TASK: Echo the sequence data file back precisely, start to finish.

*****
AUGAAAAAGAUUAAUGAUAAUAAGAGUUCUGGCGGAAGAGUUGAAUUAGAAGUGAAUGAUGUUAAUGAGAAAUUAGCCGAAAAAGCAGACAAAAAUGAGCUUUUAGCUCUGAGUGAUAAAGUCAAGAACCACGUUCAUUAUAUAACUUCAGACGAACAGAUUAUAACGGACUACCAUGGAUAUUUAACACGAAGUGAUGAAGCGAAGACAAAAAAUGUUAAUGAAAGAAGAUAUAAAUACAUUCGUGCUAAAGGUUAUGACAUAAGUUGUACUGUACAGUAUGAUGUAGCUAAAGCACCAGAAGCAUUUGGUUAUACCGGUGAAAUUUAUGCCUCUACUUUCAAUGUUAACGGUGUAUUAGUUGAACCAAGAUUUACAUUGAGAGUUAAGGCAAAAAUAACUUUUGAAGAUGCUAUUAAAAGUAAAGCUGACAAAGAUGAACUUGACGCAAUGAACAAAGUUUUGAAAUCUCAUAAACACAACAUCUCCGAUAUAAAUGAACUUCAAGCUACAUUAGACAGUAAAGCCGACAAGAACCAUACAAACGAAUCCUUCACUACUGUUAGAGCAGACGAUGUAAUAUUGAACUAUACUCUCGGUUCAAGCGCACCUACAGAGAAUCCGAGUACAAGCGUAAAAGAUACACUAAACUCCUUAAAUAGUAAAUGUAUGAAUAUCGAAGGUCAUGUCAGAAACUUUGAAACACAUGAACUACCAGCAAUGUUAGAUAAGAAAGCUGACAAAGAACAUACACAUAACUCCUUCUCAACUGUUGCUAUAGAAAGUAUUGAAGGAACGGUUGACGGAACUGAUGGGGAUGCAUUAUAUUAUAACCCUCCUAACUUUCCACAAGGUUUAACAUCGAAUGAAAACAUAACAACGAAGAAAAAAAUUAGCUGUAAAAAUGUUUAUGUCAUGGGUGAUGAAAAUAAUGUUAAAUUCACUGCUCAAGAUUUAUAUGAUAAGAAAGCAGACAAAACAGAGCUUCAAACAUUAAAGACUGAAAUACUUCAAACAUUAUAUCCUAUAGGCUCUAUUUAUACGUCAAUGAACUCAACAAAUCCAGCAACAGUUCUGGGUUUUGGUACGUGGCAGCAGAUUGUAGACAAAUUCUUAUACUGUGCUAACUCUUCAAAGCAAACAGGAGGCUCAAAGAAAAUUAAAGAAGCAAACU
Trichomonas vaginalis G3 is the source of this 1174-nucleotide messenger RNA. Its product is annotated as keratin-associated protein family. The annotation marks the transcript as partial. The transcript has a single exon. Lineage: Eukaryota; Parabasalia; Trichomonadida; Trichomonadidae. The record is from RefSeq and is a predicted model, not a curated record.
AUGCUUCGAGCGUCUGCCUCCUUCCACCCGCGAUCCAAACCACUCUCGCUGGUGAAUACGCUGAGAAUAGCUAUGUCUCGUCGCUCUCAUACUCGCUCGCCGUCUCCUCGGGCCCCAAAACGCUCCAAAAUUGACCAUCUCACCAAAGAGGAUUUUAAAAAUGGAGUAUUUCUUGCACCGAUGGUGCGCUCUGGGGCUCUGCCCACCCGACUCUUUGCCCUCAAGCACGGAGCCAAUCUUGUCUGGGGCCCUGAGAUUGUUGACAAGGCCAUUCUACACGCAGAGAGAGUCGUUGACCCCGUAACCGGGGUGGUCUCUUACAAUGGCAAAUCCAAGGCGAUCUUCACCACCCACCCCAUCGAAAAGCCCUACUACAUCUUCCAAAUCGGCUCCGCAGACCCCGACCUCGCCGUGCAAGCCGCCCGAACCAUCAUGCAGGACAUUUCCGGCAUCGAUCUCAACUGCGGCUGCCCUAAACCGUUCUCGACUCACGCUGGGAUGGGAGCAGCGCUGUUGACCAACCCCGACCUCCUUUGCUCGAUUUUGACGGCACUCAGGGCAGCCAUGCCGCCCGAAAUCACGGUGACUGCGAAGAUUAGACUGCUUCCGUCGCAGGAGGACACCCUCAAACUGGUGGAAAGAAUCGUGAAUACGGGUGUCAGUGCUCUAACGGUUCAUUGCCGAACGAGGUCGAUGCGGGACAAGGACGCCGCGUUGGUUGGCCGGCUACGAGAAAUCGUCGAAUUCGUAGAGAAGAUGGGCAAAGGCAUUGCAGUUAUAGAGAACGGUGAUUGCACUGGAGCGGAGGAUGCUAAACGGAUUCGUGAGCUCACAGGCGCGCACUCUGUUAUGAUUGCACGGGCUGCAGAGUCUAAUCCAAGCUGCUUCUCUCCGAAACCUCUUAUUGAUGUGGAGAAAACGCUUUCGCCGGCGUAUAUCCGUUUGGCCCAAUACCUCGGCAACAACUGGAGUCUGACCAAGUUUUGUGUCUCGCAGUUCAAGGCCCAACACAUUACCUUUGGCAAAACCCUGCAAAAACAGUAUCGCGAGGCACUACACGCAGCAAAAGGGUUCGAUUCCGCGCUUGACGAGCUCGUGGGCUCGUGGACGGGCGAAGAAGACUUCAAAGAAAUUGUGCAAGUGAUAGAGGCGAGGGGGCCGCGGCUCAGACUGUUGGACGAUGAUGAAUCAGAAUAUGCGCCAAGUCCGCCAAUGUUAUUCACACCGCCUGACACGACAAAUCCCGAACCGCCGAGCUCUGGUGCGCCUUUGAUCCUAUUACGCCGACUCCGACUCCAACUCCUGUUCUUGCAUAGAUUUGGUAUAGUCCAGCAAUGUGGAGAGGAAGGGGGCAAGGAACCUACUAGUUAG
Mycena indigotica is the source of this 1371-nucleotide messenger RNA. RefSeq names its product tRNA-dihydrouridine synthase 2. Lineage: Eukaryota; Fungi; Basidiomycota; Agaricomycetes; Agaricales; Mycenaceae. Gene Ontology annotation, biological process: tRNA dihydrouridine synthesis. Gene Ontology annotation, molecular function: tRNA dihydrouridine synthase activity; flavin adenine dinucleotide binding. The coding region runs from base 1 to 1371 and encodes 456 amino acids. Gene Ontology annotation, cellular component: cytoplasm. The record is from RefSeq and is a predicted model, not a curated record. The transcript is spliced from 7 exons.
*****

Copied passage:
AUGAAAAAGAUUAAUGAUAAUAAGAGUUCUGGCGGAAGAGUUGAAUUAGAAGUGAAUGAUGUUAAUGAGAAAUUAGCCGAAAAAGCAGACAAAAAUGAGCUUUUAGCUCUGAGUGAUAAAGUCAAGAACCACGUUCAUUAUAUAACUUCAGACGAACAGAUUAUAACGGACUACCAUGGAUAUUUAACACGAAGUGAUGAAGCGAAGACAAAAAAUGUUAAUGAAAGAAGAUAUAAAUACAUUCGUGCUAAAGGUUAUGACAUAAGUUGUACUGUACAGUAUGAUGUAGCUAAAGCACCAGAAGCAUUUGGUUAUACCGGUGAAAUUUAUGCCUCUACUUUCAAUGUUAACGGUGUAUUAGUUGAACCAAGAUUUACAUUGAGAGUUAAGGCAAAAAUAACUUUUGAAGAUGCUAUUAAAAGUAAAGCUGACAAAGAUGAACUUGACGCAAUGAACAAAGUUUUGAAAUCUCAUAAACACAACAUCUCCGAUAUAAAUGAACUUCAAGCUACAUUAGACAGUAAAGCCGACAAGAACCAUACAAACGAAUCCUUCACUACUGUUAGAGCAGACGAUGUAAUAUUGAACUAUACUCUCGGUUCAAGCGCACCUACAGAGAAUCCGAGUACAAGCGUAAAAGAUACACUAAACUCCUUAAAUAGUAAAUGUAUGAAUAUCGAAGGUCAUGUCAGAAACUUUGAAACACAUGAACUACCAGCAAUGUUAGAUAAGAAAGCUGACAAAGAACAUACACAUAACUCCUUCUCAACUGUUGCUAUAGAAAGUAUUGAAGGAACGGUUGACGGAACUGAUGGGGAUGCAUUAUAUUAUAACCCUCCUAACUUUCCACAAGGUUUAACAUCGAAUGAAAACAUAACAACGAAGAAAAAAAUUAGCUGUAAAAAUGUUUAUGUCAUGGGUGAUGAAAAUAAUGUUAAAUUCACUGCUCAAGAUUUAUAUGAUAAGAAAGCAGACAAAACAGAGCUUCAAACAUUAAAGACUGAAAUACUUCAAACAUUAUAUCCUAUAGGCUCUAUUUAUACGUCAAUGAACUCAACAAAUCCAGCAACAGUUCUGGGUUUUGGUACGUGGCAGCAGAUUGUAGACAAAUUCUUAUACUGUGCUAACUCUUCAAAGCAAACAGGAGGCUCAAAGAAAAUUAAAGAAGCAAACU
Trichomonas vaginalis G3 is the source of this 1174-nucleotide messenger RNA. Its product is annotated as keratin-associated protein family. The annotation marks the transcript as partial. The transcript has a single exon. Lineage: Eukaryota; Parabasalia; Trichomonadida; Trichomonadidae. The record is from RefSeq and is a predicted model, not a curated record.
AUGCUUCGAGCGUCUGCCUCCUUCCACCCGCGAUCCAAACCACUCUCGCUGGUGAAUACGCUGAGAAUAGCUAUGUCUCGUCGCUCUCAUACUCGCUCGCCGUCUCCUCGGGCCCCAAAACGCUCCAAAAUUGACCAUCUCACCAAAGAGGAUUUUAAAAAUGGAGUAUUUCUUGCACCGAUGGUGCGCUCUGGGGCUCUGCCCACCCGACUCUUUGCCCUCAAGCACGGAGCCAAUCUUGUCUGGGGCCCUGAGAUUGUUGACAAGGCCAUUCUACACGCAGAGAGAGUCGUUGACCCCGUAACCGGGGUGGUCUCUUACAAUGGCAAAUCCAAGGCGAUCUUCACCACCCACCCCAUCGAAAAGCCCUACUACAUCUUCCAAAUCGGCUCCGCAGACCCCGACCUCGCCGUGCAAGCCGCCCGAACCAUCAUGCAGGACAUUUCCGGCAUCGAUCUCAACUGCGGCUGCCCUAAACCGUUCUCGACUCACGCUGGGAUGGGAGCAGCGCUGUUGACCAACCCCGACCUCCUUUGCUCGAUUUUGACGGCACUCAGGGCAGCCAUGCCGCCCGAAAUCACGGUGACUGCGAAGAUUAGACUGCUUCCGUCGCAGGAGGACACCCUCAAACUGGUGGAAAGAAUCGUGAAUACGGGUGUCAGUGCUCUAACGGUUCAUUGCCGAACGAGGUCGAUGCGGGACAAGGACGCCGCGUUGGUUGGCCGGCUACGAGAAAUCGUCGAAUUCGUAGAGAAGAUGGGCAAAGGCAUUGCAGUUAUAGAGAACGGUGAUUGCACUGGAGCGGAGGAUGCUAAACGGAUUCGUGAGCUCACAGGCGCGCACUCUGUUAUGAUUGCACGGGCUGCAGAGUCUAAUCCAAGCUGCUUCUCUCCGAAACCUCUUAUUGAUGUGGAGAAAACGCUUUCGCCGGCGUAUAUCCGUUUGGCCCAAUACCUCGGCAACAACUGGAGUCUGACCAAGUUUUGUGUCUCGCAGUUCAAGGCCCAACACAUUACCUUUGGCAAAACCCUGCAAAAACAGUAUCGCGAGGCACUACACGCAGCAAAAGGGUUCGAUUCCGCGCUUGACGAGCUCGUGGGCUCGUGGACGGGCGAAGAAGACUUCAAAGAAAUUGUGCAAGUGAUAGAGGCGAGGGGGCCGCGGCUCAGACUGUUGGACGAUGAUGAAUCAGAAUAUGCGCCAAGUCCGCCAAUGUUAUUCACACCGCCUGACACGACAAAUCCCGAACCGCCGAGCUCUGGUGCGCCUUUGAUCCUAUUACGCCGACUCCGACUCCAACUCCUGUUCUUGCAUAGAUUUGGUAUAGUCCAGCAAUGUGGAGAGGAAGGGGGCAAGGAACCUACUAGUUAG
Mycena indigotica is the source of this 1371-nucleotide messenger RNA. RefSeq names its product tRNA-dihydrouridine synthase 2. Lineage: Eukaryota; Fungi; Basidiomycota; Agaricomycetes; Agaricales; Mycenaceae. Gene Ontology annotation, biological process: tRNA dihydrouridine synthesis. Gene Ontology annotation, molecular function: tRNA dihydrouridine synthase activity; flavin adenine dinucleotide binding. The coding region runs from base 1 to 1371 and encodes 456 amino acids. Gene Ontology annotation, cellular component: cytoplasm. The record is from RefSeq and is a predicted model, not a curated record. The transcript is spliced from 7 exons.